Scott McLean’s (MD at Speed Communications) recent blog looked at how brands are using social media; this one is looking at why you should consider being social. The starting point, as with so many things, is to ask what are you trying to achieve? What’s the goal?
This is my second blog from the Information Standard event, held in partnership with Patient Information Forum, and the third of four from the session that I presented with Scott McLean, MD at Speed Communications.
Here are some of the questions you should be asking.
Who is my audience? Does it need segmenting? Where are they? What do I know about them and their consumption of media? Can I address all their interests through one conversation or should I consider multiple conversations? Will different audiences inhabit different social environments?
What am I trying to get my audience to do?
Who already influences my audiences within social media and do I need to influence them?
Have I thought through the risks? Will I need a detractor engagement plan (see below)?
Is this going to impact customer services and how will we co-ordinate?
What is my tone of voice and how does this align with my brand?
What is my content strategy and who do I need to involve?
What is the call to action which gives audiences a reason to engage with my brand?
What are the next step actions? Have I supported this from a content and destination point of view?
How does this align with the rest of my marketing and communication strategy?
How am I going to resource this?
There is more to this than meets the eye. But planning is vital.
I have a friend in Koh Tao, Thailand who owns a small, yet popular, fish restaurant http://www.barracudakohtao.com/ trading on his training and expertise from the renowned English’s in Brighton. He has been in business couple of years and his only (and I mean only) marketing is through TripAdvisor. He relies on, and encourages, customers leaving comments on the site to drive real, paying customers to his door. He uses it as an incentive for his employees, who get a bonus for every 50 positive comments, and as barometer of how well his menu is going, or whether his cocktails are hitting the spot. He monitors it every day, and when the occasional negative comment comes back he’s on to it straight away, often making changes to his menu the same day. One customer, he told me, left unflattering comments. He followed her trail of reviews and all of them for her visits to the island had been negative, including her hotel and diving instructor. He offered her the chance to return and he would join with all the local businesses and show her a good time. A huge round of (virtual) applause from his other customers (as well as the neighbouring businesses) followed.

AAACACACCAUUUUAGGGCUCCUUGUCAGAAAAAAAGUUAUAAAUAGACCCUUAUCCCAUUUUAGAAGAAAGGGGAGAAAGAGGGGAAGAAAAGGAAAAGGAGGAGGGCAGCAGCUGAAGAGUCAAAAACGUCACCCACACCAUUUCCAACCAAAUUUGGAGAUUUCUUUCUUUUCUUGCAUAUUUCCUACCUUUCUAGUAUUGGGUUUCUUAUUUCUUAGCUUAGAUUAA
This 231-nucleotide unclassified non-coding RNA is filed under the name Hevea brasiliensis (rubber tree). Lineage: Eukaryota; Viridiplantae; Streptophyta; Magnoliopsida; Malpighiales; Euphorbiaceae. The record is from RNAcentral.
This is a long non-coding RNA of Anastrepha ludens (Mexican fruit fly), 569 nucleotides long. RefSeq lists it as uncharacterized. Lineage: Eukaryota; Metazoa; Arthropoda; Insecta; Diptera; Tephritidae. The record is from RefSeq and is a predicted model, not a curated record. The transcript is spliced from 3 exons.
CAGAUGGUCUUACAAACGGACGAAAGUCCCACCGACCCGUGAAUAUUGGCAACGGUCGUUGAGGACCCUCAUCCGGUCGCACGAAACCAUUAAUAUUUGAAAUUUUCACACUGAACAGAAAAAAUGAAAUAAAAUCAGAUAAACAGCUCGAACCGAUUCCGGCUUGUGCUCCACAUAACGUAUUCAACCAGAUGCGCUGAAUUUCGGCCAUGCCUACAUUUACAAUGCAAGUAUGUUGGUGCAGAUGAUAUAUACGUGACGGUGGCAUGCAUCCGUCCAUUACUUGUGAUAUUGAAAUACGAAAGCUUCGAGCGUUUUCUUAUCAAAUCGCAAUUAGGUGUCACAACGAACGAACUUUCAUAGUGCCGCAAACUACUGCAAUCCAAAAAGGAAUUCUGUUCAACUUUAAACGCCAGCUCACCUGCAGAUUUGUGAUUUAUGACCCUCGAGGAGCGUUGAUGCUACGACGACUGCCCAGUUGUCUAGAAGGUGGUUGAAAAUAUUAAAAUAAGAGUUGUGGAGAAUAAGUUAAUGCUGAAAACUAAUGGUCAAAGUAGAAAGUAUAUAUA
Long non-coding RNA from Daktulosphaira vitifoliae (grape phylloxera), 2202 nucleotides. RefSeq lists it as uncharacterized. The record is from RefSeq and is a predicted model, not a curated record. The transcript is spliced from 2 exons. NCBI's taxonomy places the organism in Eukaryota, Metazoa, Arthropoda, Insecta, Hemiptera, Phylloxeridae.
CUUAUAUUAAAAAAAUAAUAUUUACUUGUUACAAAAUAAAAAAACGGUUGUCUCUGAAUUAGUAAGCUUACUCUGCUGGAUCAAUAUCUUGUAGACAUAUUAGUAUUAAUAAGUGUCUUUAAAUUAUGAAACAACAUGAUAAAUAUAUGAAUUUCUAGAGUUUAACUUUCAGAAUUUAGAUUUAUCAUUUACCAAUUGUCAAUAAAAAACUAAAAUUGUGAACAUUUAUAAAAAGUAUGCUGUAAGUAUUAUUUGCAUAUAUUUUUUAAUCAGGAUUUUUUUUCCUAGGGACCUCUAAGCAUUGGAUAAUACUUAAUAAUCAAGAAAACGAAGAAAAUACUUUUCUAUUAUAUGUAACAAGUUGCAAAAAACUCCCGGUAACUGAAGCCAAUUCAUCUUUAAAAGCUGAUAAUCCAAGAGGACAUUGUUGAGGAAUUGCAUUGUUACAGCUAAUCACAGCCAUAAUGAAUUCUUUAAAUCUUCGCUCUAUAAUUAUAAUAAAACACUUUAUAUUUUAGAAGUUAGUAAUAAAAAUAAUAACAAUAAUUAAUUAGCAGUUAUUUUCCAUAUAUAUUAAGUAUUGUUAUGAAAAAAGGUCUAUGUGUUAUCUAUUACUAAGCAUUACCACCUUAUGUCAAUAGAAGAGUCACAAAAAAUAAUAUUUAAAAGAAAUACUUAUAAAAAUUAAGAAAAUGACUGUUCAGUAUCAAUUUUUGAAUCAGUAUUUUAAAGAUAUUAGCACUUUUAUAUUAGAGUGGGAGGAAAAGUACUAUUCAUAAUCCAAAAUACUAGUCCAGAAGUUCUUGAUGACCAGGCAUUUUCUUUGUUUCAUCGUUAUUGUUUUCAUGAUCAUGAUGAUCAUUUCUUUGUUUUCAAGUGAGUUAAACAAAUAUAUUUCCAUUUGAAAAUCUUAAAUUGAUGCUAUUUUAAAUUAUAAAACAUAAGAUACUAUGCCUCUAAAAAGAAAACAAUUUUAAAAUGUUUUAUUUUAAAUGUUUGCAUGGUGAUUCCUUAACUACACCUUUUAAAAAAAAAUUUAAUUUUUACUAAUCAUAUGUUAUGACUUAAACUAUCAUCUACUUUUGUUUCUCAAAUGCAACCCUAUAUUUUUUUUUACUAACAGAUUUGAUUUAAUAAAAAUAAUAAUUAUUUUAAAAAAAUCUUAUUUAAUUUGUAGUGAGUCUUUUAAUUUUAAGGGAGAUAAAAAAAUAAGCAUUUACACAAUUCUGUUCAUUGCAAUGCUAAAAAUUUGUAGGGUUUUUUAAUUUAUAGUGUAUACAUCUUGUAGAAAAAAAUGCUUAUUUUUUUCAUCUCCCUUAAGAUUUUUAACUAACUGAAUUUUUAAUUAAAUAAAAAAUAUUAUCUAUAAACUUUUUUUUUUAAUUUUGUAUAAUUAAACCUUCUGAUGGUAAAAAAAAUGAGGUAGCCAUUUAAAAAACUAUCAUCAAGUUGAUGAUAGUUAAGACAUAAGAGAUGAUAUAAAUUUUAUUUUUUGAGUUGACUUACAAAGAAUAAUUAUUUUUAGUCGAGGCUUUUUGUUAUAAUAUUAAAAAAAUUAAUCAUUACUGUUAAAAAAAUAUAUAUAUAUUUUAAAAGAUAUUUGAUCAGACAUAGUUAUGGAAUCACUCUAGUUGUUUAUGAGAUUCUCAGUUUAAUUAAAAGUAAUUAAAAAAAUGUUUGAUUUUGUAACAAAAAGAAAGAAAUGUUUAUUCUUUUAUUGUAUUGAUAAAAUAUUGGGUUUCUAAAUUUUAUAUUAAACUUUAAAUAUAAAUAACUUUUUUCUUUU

My friend has (although he probably wouldn’t call it this) a detractor engagement plan. All organisations will have their detractors. Being prepared for them means that you are on the ball, and can benefit from the positive feedback from supporters.
On the other hand, you may have spotted this story in London’s Evening Standard. A ‘hot-headed’ chef responded angrily on Twitter to a diner commenting on his food in his relatively obscure blog. It all blow out of proportion and having a plan would have ensured that this would never have happened.
Which all leads me to nine ideas you shouldn’t forget when writing your detractor engagement plan:
Don’t blog, tweet, in fact, do anything, when you are blissfully happy, tipsy, dead on your feet, angry, down in the dumps, really, really hungry. You’ll just say something you’ll regret.
Social media isn’t an excuse for laziness. Abbreviations, acronyms, slang, bad English, all reflect badly on your brand, because they then suggest that is how you will do business with them. No one wants a service with shortcuts.
When tweeting or posting from a brand say who you are. Say: “Hi, it’s Peter here from The Team”.
Don’t pretend to be someone else.
Don’t talk about stuff that doesn’t concern you. It’s a waste of time and will confuse your story.
The law of unintended consequences is amplified on social media.
Bad news isn’t bad news. It’s advice. Someone commenting negatively is really telling you that you’ve got something wrong. It could be the message, or the service. Manage. People will admire your honesty and intention to change things.
The moment you set up a social media account as a brand, you are setting up a new customer services channel. Work out how you’ll respond to enquiries.
Only ever do anything social if it answers your objectives. Know these inside out and return to them at every stage so you keep on track and stay focused.
Next post will be on, who will offer our 10 ideas for protecting and enhancing your brand online.